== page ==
IF you’re still looking for the decisive moment when Jeremy Corbyn well and truly lost the election, let me suggest this.
It was during that television interview with ITV1’s Julia Etchingham. Asked if he sat down with his family to watch the Queen’s message on Christmas Day, he replied – and I’m paraphrasing – that he was too busy in the morning to tune in to the 93-year-old monarch addressing the nation and Commonwealth.
And there, in one sentence, he totally blew it. Morning? Everyone knows that the Queen speaks in the afternoon, at 3pm.
If you’re an organised household, this is perfect timing for after Christmas lunch. If you’re like us, you’ll probably still be juggling turkey legs and stuffing balls, but the 10 minutes in which she talks about her year is the perfect opportunity to perch on the sofa arm with a small glass of something and toast her health.
Crashing defeat for Corbyn was on the cards already, of course, but this level of ignorance put the tin lid on it, as we say in South Yorkshire. Even if ‘The Queen’, as my grandma used to call the annual televised address, isn’t on your own Christmas Day schedule, you’d expect the leader of Her Majesty’s Opposition to know what time she spoke. This highlights the nature of modern British patriotism. It’s there in the background, whirring away, influencing us far more than we might think.
For instance, it’s apparent in the millions who now turn out to pay their respects to the fallen at Remembrance services every November.
But it was Mr Corbyn’s shifty attitude towards national pride in general, on top of his previous support for certain terrorist organisations, that did for him in the end.
Perhaps he subscribes to the outdated view that ‘patriotism’ equals neo-colonial jingoism and waving the Union flag at the Last Night of the Proms.
However, it’s far more complex than that.
It’s not just about the Royal Family, although their role remains a major cornerstone. Even in the year when the very institution itself has been called into question due to the highly-entitled behaviour of the Sussexes, and then Prince Andrew’s misdemeanours, you won’t find many people with a bad word for the Queen.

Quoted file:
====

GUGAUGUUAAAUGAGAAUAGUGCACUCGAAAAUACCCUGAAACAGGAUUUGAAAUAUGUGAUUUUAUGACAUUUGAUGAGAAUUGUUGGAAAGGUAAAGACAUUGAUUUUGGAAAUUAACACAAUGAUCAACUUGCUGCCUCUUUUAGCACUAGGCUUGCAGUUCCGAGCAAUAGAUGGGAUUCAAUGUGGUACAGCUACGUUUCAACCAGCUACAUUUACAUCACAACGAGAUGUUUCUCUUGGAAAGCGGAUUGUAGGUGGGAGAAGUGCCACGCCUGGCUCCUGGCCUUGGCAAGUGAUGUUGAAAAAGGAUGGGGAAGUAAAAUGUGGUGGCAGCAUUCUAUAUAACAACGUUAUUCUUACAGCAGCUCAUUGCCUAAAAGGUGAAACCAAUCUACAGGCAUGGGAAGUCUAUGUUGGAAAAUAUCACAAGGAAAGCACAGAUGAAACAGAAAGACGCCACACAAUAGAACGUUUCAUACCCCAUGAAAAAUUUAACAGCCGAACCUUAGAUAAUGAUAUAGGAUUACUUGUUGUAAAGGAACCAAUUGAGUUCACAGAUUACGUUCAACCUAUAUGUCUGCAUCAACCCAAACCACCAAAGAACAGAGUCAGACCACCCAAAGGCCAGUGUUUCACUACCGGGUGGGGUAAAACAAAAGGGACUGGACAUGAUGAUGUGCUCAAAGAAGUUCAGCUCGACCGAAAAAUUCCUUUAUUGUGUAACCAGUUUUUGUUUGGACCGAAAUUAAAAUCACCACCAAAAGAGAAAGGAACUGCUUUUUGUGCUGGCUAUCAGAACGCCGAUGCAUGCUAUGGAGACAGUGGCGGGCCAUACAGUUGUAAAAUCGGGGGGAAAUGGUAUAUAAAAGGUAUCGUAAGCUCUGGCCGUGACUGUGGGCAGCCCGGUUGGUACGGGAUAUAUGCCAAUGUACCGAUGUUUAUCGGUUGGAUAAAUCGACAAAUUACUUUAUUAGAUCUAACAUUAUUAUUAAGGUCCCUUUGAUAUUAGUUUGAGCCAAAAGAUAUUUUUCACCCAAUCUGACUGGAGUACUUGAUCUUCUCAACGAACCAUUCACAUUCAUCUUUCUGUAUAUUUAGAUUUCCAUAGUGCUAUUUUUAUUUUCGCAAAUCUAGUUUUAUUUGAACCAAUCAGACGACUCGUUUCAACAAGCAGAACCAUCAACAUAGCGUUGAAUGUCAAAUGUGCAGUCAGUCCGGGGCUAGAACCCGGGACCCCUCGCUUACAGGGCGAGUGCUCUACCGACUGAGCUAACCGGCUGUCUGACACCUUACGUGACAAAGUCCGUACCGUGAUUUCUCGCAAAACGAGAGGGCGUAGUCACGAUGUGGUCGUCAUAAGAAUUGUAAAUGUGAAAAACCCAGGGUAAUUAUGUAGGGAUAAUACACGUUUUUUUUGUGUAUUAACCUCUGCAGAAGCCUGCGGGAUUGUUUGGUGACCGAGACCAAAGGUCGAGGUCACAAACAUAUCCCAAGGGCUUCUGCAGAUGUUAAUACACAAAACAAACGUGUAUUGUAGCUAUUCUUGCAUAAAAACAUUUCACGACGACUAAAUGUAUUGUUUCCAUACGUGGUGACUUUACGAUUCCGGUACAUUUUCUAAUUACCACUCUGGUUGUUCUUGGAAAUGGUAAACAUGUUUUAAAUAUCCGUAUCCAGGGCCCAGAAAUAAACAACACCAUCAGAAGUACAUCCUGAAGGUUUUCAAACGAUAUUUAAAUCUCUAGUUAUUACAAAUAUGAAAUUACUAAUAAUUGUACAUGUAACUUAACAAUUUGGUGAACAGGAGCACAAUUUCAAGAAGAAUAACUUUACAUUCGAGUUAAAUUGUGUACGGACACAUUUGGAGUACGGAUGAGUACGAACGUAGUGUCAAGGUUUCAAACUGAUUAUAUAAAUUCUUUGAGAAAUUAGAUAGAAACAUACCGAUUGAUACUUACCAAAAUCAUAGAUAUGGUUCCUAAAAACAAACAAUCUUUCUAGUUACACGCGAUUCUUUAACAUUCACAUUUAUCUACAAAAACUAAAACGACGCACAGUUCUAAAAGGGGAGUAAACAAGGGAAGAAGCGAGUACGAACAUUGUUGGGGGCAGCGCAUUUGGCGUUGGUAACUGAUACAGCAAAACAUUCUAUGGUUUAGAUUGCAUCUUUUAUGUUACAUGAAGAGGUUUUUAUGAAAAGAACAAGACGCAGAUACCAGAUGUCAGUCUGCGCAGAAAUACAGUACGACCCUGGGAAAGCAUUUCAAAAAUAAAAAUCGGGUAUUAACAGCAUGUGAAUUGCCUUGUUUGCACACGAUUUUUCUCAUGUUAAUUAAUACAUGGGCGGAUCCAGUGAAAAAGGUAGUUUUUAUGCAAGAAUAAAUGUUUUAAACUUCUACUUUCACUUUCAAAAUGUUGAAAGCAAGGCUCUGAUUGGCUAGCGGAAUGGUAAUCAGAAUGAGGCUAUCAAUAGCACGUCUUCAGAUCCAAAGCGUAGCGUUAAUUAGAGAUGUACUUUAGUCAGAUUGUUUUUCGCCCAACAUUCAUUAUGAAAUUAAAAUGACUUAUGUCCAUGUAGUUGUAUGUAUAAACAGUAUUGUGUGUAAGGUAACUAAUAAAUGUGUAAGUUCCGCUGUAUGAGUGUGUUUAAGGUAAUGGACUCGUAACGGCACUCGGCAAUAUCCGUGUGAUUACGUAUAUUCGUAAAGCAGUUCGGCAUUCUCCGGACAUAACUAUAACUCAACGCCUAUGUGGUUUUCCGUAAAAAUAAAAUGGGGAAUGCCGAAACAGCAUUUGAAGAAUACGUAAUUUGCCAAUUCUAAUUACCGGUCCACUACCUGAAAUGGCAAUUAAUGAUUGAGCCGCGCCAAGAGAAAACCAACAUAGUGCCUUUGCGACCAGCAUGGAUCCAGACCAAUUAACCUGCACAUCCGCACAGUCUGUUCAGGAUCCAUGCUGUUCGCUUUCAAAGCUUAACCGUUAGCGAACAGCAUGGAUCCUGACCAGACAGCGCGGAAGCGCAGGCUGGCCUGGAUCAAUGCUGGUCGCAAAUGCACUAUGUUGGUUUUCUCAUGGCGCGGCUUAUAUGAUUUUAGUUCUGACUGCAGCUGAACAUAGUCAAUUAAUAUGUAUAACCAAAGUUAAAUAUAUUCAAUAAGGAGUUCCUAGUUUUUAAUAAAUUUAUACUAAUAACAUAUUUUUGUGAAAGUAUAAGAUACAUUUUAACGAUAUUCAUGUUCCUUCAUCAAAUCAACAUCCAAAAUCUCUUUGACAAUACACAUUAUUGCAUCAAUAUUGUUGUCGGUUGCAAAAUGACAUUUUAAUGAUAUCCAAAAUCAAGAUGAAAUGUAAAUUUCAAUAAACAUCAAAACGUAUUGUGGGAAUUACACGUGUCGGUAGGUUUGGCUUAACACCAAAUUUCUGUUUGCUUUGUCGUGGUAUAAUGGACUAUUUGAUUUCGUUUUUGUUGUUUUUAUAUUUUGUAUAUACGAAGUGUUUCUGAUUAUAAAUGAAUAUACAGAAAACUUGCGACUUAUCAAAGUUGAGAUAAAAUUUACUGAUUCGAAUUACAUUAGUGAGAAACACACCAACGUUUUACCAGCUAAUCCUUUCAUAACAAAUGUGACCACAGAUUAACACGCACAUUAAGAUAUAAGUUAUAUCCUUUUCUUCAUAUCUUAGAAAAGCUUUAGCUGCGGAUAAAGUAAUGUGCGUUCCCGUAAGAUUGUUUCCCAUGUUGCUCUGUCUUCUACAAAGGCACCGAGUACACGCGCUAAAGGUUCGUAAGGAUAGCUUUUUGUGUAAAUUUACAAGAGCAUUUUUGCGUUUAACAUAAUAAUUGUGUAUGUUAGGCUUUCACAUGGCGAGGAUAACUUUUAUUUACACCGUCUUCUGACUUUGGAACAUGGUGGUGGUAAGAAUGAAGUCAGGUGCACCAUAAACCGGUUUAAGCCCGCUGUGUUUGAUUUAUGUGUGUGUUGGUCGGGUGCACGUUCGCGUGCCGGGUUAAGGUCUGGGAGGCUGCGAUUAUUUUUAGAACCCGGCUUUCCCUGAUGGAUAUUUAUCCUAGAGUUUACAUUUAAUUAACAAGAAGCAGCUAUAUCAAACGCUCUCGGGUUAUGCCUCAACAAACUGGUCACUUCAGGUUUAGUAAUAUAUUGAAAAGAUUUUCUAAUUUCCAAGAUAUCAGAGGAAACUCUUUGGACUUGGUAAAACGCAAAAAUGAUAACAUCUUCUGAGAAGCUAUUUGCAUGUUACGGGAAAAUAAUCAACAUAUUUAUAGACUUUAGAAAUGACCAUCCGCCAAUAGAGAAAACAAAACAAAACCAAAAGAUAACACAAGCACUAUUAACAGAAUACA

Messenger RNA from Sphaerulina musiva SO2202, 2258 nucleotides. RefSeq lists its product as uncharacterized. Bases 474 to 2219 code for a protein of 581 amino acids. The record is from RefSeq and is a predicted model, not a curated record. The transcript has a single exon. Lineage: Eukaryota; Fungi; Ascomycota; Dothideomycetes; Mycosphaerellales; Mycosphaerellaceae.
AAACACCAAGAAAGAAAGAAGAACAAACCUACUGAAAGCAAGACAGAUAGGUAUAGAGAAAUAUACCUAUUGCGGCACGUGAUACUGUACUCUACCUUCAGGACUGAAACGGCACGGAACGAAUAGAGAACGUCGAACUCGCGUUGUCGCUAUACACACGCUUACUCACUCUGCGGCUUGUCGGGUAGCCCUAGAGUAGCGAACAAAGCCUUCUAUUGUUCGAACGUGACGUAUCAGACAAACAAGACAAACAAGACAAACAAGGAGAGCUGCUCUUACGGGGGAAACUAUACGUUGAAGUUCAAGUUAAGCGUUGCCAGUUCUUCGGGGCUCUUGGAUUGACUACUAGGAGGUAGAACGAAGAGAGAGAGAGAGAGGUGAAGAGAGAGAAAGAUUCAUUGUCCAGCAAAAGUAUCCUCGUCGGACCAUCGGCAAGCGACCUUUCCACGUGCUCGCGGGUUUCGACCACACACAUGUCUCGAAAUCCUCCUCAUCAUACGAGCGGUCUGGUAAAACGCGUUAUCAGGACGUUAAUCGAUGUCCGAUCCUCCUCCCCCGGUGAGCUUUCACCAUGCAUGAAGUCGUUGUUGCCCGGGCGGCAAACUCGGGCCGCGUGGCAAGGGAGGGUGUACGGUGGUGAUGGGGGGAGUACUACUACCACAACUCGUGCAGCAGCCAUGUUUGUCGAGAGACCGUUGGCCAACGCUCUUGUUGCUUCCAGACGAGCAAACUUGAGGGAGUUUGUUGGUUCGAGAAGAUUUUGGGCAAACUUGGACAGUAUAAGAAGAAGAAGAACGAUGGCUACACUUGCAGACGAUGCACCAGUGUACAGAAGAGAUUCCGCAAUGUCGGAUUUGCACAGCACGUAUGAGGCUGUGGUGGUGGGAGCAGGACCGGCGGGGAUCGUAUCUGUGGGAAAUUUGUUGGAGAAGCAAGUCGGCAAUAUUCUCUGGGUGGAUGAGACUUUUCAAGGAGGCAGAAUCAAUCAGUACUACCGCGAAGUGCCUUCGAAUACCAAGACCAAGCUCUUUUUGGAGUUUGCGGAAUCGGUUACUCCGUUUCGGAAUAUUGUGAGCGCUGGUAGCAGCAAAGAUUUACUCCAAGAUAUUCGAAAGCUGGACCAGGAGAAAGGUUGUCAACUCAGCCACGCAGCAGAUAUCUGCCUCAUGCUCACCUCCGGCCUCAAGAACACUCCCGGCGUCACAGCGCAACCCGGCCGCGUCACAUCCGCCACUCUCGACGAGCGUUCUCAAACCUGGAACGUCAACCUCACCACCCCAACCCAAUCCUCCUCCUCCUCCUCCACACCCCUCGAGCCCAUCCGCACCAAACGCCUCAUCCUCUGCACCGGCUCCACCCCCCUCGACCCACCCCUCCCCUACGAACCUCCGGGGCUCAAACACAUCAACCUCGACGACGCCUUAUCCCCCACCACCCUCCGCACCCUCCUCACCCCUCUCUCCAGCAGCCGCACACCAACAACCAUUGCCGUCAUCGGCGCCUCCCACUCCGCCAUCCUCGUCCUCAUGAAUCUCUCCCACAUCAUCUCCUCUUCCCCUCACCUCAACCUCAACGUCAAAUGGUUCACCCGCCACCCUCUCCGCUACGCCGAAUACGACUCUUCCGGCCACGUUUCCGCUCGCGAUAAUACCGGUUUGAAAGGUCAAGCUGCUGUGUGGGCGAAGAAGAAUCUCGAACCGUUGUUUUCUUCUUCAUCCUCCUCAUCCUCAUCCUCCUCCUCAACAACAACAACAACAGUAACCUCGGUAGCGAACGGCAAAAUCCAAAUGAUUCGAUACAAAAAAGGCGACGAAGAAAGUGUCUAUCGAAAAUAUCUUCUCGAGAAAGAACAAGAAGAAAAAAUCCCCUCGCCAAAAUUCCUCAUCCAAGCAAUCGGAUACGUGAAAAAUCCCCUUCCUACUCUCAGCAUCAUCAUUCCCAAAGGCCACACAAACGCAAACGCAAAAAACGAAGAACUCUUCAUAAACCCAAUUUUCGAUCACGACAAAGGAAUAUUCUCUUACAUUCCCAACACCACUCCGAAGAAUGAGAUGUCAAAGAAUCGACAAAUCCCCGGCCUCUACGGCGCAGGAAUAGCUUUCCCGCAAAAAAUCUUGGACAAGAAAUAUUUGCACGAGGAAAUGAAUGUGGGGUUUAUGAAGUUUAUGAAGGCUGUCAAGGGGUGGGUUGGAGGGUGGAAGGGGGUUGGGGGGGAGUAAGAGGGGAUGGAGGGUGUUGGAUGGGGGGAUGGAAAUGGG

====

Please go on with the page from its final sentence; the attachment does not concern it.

Remember the public outcry in September when she was placed under obligation by Boris Johnson to prorogue Parliament? It wasn’t just the thought of imperious Jacob Rees-Mogg being sent as emissary to see her at Balmoral, it was the possibility that somehow her unimpeachability had been compromised by grubby political manoeuvrings.
And, again, we can look to television for helping to provide important context.
The highly-anticipated third series of Netflix’s The Crown, which aired in November, has helped younger generations to dissect and analyse the historical role of the Queen and her immediate family in British life.
Grand hardback Royal biographers may sniff haughtily, but when Her Majesty’s reaction to the Aberfan disaster is discussed on social media by teenagers (including my own 14-year-old daughter), it’s clear that there is a populist surge in interest.
Even the pro-revolutionary Labour High Command didn’t dare to mention reform of the monarchy in its manifesto. There will always be those who question the wealth and the privilege of the Royal Family, but their voices are drowned out by the majority who at worst, hold the Royals at benign arm’s length.
You don’t even have to ask an American if they’re patriotic – most of them, whatever their political affiliation, education and social background, will reply, “hell, yes”.
It’s time we started to really talk about our own patriotism. Being British, we’ve hitherto been typically quite rubbish at this level of self-reflection.
However, I think this is changing. There’s a lot of Union flags in front gardens where I live.
And a lot of young men and women serving in the armed forces, an interesting factor in the shift towards supporting the Conservatives in former mining and heavy industry constituencies.
As we enter a new decade, the United Kingdom is again experiencing flux not seen in generations as pressure grows for another vote on Scottish independence.
In coming months, this will call into question our national sense of identity and make us consider whether first and foremost we are English or British. Eight out of 10 people living in England identified as being English, rather than British, according to a survey conducted by YouGov last year.
It would be interesting to see how this election has affected our sense of identity and how we will feel once Brexit is indeed ‘done’. Are you British first, or English? The answer to that question could influence our nation, in all kinds of ways.